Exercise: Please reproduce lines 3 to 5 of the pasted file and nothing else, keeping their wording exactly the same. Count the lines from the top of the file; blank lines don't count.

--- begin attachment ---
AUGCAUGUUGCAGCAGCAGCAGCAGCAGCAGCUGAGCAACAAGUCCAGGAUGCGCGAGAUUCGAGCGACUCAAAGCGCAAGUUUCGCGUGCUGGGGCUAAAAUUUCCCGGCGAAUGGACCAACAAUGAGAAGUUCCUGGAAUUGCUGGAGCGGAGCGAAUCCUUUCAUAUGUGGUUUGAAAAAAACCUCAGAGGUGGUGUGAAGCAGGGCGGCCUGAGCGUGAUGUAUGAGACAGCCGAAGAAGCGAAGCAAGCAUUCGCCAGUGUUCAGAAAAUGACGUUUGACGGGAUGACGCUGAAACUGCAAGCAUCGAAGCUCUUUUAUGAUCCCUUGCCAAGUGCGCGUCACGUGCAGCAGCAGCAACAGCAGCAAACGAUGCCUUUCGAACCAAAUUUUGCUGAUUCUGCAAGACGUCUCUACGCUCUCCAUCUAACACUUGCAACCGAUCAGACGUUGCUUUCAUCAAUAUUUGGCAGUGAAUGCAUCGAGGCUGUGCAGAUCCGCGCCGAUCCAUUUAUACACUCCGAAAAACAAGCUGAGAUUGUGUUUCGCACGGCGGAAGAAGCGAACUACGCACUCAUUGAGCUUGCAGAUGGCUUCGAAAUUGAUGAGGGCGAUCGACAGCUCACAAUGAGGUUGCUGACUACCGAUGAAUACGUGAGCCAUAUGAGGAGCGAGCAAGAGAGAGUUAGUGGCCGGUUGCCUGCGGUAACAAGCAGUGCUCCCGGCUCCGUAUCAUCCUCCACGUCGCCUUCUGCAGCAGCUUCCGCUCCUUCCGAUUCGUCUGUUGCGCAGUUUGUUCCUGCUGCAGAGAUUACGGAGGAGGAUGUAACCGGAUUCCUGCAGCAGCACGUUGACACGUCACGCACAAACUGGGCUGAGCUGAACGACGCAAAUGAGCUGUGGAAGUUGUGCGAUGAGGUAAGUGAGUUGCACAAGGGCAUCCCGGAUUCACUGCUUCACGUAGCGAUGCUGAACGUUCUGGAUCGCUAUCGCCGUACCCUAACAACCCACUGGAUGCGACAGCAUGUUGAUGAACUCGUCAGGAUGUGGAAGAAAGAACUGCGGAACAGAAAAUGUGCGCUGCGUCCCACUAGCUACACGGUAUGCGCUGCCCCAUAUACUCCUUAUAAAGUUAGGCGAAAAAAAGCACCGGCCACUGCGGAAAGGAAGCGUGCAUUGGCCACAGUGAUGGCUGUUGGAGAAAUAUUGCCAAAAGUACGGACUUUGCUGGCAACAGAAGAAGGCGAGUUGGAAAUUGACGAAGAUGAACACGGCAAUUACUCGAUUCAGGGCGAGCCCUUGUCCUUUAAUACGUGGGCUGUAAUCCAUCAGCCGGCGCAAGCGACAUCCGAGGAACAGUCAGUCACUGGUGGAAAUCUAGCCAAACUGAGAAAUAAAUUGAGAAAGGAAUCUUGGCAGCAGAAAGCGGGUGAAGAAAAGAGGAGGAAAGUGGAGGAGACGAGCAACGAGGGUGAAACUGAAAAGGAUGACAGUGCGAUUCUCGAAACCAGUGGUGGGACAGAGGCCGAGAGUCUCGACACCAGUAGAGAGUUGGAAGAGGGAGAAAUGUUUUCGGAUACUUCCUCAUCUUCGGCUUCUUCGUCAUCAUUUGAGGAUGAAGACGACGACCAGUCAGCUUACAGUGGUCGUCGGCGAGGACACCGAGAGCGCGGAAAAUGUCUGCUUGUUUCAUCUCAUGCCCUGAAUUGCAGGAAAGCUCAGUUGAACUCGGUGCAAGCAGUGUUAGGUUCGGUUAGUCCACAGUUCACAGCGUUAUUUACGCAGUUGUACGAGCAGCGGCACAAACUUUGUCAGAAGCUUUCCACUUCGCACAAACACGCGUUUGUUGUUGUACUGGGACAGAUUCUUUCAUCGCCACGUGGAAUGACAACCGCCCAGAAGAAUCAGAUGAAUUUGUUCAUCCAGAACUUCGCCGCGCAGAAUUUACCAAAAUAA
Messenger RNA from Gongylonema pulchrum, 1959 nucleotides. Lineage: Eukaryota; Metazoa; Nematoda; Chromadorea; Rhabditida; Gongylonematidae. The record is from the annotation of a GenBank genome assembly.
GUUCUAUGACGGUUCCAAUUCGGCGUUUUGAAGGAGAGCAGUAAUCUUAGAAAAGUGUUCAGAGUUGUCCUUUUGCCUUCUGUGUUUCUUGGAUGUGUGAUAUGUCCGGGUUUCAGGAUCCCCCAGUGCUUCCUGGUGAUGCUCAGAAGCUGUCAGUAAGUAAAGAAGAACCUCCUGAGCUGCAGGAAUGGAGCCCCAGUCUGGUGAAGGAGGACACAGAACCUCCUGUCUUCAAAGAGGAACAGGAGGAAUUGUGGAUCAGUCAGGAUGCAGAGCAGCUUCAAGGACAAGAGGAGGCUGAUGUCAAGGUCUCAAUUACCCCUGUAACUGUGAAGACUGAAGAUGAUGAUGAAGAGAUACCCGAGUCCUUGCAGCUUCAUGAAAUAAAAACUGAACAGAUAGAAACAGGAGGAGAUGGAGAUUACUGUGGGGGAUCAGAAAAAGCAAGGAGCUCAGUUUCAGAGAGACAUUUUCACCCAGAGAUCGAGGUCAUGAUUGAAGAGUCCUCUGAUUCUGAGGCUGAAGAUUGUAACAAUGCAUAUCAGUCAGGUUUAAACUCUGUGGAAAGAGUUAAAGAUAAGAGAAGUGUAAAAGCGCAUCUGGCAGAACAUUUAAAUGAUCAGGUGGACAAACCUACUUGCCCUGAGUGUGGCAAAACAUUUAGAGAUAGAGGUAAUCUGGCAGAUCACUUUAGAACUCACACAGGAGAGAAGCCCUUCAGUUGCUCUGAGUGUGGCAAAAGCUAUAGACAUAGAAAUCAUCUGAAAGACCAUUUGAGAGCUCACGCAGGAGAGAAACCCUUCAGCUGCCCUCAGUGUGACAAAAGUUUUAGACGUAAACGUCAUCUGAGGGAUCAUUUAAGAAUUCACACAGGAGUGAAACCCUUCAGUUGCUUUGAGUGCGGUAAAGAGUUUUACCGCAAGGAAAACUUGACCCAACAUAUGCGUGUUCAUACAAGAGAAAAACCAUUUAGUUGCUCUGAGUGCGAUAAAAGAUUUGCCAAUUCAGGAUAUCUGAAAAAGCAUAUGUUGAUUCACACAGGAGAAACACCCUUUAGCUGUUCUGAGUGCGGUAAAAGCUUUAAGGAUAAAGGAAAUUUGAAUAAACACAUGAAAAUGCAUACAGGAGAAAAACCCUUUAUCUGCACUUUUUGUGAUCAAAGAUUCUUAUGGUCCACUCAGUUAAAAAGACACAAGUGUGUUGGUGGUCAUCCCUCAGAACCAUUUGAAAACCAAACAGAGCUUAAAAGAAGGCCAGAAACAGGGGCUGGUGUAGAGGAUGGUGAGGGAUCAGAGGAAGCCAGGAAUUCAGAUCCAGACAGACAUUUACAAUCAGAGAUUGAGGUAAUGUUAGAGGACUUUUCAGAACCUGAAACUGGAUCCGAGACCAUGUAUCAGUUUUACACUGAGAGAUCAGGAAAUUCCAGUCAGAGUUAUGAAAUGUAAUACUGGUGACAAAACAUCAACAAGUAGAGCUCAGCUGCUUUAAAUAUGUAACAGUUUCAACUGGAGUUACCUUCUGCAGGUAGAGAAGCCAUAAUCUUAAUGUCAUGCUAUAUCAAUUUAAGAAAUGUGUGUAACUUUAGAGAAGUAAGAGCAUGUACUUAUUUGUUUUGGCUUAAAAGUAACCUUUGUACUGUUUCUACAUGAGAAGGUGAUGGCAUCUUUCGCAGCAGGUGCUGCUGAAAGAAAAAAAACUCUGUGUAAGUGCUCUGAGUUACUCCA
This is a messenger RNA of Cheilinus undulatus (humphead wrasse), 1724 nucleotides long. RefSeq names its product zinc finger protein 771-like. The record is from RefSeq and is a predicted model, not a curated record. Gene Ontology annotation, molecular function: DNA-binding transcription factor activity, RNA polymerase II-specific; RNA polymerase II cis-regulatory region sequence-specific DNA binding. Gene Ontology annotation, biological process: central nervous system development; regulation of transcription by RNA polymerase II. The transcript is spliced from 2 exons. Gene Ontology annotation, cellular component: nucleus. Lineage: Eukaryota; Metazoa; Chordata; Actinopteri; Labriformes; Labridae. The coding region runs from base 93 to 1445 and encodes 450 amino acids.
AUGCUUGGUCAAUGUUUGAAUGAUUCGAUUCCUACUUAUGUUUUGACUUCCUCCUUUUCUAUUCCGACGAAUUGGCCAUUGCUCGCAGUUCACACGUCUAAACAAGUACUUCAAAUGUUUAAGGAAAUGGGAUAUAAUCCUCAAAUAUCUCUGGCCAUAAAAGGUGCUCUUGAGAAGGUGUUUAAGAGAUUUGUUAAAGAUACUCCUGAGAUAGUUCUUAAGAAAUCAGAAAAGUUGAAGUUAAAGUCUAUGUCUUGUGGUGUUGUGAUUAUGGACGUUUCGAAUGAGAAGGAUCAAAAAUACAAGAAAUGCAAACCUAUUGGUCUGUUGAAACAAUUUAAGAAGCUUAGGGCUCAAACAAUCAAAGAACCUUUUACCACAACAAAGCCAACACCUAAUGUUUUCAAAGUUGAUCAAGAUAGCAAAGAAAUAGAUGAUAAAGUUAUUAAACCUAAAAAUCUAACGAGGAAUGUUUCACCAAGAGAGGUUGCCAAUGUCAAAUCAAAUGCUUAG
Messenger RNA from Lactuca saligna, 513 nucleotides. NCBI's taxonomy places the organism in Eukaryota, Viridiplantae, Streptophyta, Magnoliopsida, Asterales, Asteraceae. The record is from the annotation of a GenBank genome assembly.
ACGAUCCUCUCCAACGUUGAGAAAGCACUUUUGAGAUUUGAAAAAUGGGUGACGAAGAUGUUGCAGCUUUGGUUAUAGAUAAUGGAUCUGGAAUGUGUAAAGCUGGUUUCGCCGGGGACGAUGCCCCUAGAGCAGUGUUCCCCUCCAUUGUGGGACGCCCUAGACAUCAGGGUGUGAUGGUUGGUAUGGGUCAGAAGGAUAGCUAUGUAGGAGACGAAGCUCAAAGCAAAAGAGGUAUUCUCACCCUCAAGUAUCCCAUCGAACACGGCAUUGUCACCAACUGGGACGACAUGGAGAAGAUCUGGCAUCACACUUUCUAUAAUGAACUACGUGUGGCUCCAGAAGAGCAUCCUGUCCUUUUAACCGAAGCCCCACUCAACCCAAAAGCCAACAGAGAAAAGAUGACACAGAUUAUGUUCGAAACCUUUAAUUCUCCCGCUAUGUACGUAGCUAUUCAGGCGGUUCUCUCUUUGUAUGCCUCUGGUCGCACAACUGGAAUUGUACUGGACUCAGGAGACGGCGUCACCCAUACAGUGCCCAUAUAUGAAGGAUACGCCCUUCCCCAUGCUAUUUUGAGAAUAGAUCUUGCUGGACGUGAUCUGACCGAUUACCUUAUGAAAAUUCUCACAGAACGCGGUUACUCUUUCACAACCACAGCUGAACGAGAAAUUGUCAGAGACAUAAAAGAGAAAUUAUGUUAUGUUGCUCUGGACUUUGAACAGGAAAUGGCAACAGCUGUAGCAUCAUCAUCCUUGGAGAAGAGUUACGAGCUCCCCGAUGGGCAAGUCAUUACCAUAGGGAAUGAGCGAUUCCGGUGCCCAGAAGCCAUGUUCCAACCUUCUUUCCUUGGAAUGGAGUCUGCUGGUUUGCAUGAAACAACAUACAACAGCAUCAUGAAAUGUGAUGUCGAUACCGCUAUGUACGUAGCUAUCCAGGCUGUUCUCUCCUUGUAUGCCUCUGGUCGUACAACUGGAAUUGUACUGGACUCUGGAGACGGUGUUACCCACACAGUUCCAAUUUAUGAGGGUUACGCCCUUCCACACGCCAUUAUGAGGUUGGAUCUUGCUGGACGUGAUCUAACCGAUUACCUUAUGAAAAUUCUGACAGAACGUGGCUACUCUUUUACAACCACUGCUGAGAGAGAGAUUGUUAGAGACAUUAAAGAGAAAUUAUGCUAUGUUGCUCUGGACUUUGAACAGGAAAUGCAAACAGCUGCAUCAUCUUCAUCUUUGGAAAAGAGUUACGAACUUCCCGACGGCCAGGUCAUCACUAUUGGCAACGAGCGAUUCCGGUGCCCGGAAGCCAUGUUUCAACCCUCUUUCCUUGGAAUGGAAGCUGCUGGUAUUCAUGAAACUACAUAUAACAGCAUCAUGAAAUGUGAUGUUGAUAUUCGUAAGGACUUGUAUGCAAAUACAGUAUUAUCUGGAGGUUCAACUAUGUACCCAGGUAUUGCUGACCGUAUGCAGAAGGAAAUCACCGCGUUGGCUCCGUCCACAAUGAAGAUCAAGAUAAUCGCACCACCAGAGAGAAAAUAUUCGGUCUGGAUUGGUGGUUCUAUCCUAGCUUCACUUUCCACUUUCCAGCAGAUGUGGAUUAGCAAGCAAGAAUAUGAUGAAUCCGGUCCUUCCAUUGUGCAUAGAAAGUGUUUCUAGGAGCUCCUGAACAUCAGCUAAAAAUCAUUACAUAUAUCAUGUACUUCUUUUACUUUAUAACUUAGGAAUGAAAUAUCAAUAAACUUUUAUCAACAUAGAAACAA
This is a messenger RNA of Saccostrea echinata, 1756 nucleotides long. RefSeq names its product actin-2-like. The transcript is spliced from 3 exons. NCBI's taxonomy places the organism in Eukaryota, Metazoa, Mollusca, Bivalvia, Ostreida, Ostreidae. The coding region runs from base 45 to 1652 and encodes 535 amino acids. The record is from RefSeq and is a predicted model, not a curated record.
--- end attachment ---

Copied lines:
GUUCUAUGACGGUUCCAAUUCGGCGUUUUGAAGGAGAGCAGUAAUCUUAGAAAAGUGUUCAGAGUUGUCCUUUUGCCUUCUGUGUUUCUUGGAUGUGUGAUAUGUCCGGGUUUCAGGAUCCCCCAGUGCUUCCUGGUGAUGCUCAGAAGCUGUCAGUAAGUAAAGAAGAACCUCCUGAGCUGCAGGAAUGGAGCCCCAGUCUGGUGAAGGAGGACACAGAACCUCCUGUCUUCAAAGAGGAACAGGAGGAAUUGUGGAUCAGUCAGGAUGCAGAGCAGCUUCAAGGACAAGAGGAGGCUGAUGUCAAGGUCUCAAUUACCCCUGUAACUGUGAAGACUGAAGAUGAUGAUGAAGAGAUACCCGAGUCCUUGCAGCUUCAUGAAAUAAAAACUGAACAGAUAGAAACAGGAGGAGAUGGAGAUUACUGUGGGGGAUCAGAAAAAGCAAGGAGCUCAGUUUCAGAGAGACAUUUUCACCCAGAGAUCGAGGUCAUGAUUGAAGAGUCCUCUGAUUCUGAGGCUGAAGAUUGUAACAAUGCAUAUCAGUCAGGUUUAAACUCUGUGGAAAGAGUUAAAGAUAAGAGAAGUGUAAAAGCGCAUCUGGCAGAACAUUUAAAUGAUCAGGUGGACAAACCUACUUGCCCUGAGUGUGGCAAAACAUUUAGAGAUAGAGGUAAUCUGGCAGAUCACUUUAGAACUCACACAGGAGAGAAGCCCUUCAGUUGCUCUGAGUGUGGCAAAAGCUAUAGACAUAGAAAUCAUCUGAAAGACCAUUUGAGAGCUCACGCAGGAGAGAAACCCUUCAGCUGCCCUCAGUGUGACAAAAGUUUUAGACGUAAACGUCAUCUGAGGGAUCAUUUAAGAAUUCACACAGGAGUGAAACCCUUCAGUUGCUUUGAGUGCGGUAAAGAGUUUUACCGCAAGGAAAACUUGACCCAACAUAUGCGUGUUCAUACAAGAGAAAAACCAUUUAGUUGCUCUGAGUGCGAUAAAAGAUUUGCCAAUUCAGGAUAUCUGAAAAAGCAUAUGUUGAUUCACACAGGAGAAACACCCUUUAGCUGUUCUGAGUGCGGUAAAAGCUUUAAGGAUAAAGGAAAUUUGAAUAAACACAUGAAAAUGCAUACAGGAGAAAAACCCUUUAUCUGCACUUUUUGUGAUCAAAGAUUCUUAUGGUCCACUCAGUUAAAAAGACACAAGUGUGUUGGUGGUCAUCCCUCAGAACCAUUUGAAAACCAAACAGAGCUUAAAAGAAGGCCAGAAACAGGGGCUGGUGUAGAGGAUGGUGAGGGAUCAGAGGAAGCCAGGAAUUCAGAUCCAGACAGACAUUUACAAUCAGAGAUUGAGGUAAUGUUAGAGGACUUUUCAGAACCUGAAACUGGAUCCGAGACCAUGUAUCAGUUUUACACUGAGAGAUCAGGAAAUUCCAGUCAGAGUUAUGAAAUGUAAUACUGGUGACAAAACAUCAACAAGUAGAGCUCAGCUGCUUUAAAUAUGUAACAGUUUCAACUGGAGUUACCUUCUGCAGGUAGAGAAGCCAUAAUCUUAAUGUCAUGCUAUAUCAAUUUAAGAAAUGUGUGUAACUUUAGAGAAGUAAGAGCAUGUACUUAUUUGUUUUGGCUUAAAAGUAACCUUUGUACUGUUUCUACAUGAGAAGGUGAUGGCAUCUUUCGCAGCAGGUGCUGCUGAAAGAAAAAAAACUCUGUGUAAGUGCUCUGAGUUACUCCA
This is a messenger RNA of Cheilinus undulatus (humphead wrasse), 1724 nucleotides long. RefSeq names its product zinc finger protein 771-like. The record is from RefSeq and is a predicted model, not a curated record. Gene Ontology annotation, molecular function: DNA-binding transcription factor activity, RNA polymerase II-specific; RNA polymerase II cis-regulatory region sequence-specific DNA binding. Gene Ontology annotation, biological process: central nervous system development; regulation of transcription by RNA polymerase II. The transcript is spliced from 2 exons. Gene Ontology annotation, cellular component: nucleus. Lineage: Eukaryota; Metazoa; Chordata; Actinopteri; Labriformes; Labridae. The coding region runs from base 93 to 1445 and encodes 450 amino acids.
AUGCUUGGUCAAUGUUUGAAUGAUUCGAUUCCUACUUAUGUUUUGACUUCCUCCUUUUCUAUUCCGACGAAUUGGCCAUUGCUCGCAGUUCACACGUCUAAACAAGUACUUCAAAUGUUUAAGGAAAUGGGAUAUAAUCCUCAAAUAUCUCUGGCCAUAAAAGGUGCUCUUGAGAAGGUGUUUAAGAGAUUUGUUAAAGAUACUCCUGAGAUAGUUCUUAAGAAAUCAGAAAAGUUGAAGUUAAAGUCUAUGUCUUGUGGUGUUGUGAUUAUGGACGUUUCGAAUGAGAAGGAUCAAAAAUACAAGAAAUGCAAACCUAUUGGUCUGUUGAAACAAUUUAAGAAGCUUAGGGCUCAAACAAUCAAAGAACCUUUUACCACAACAAAGCCAACACCUAAUGUUUUCAAAGUUGAUCAAGAUAGCAAAGAAAUAGAUGAUAAAGUUAUUAAACCUAAAAAUCUAACGAGGAAUGUUUCACCAAGAGAGGUUGCCAAUGUCAAAUCAAAUGCUUAG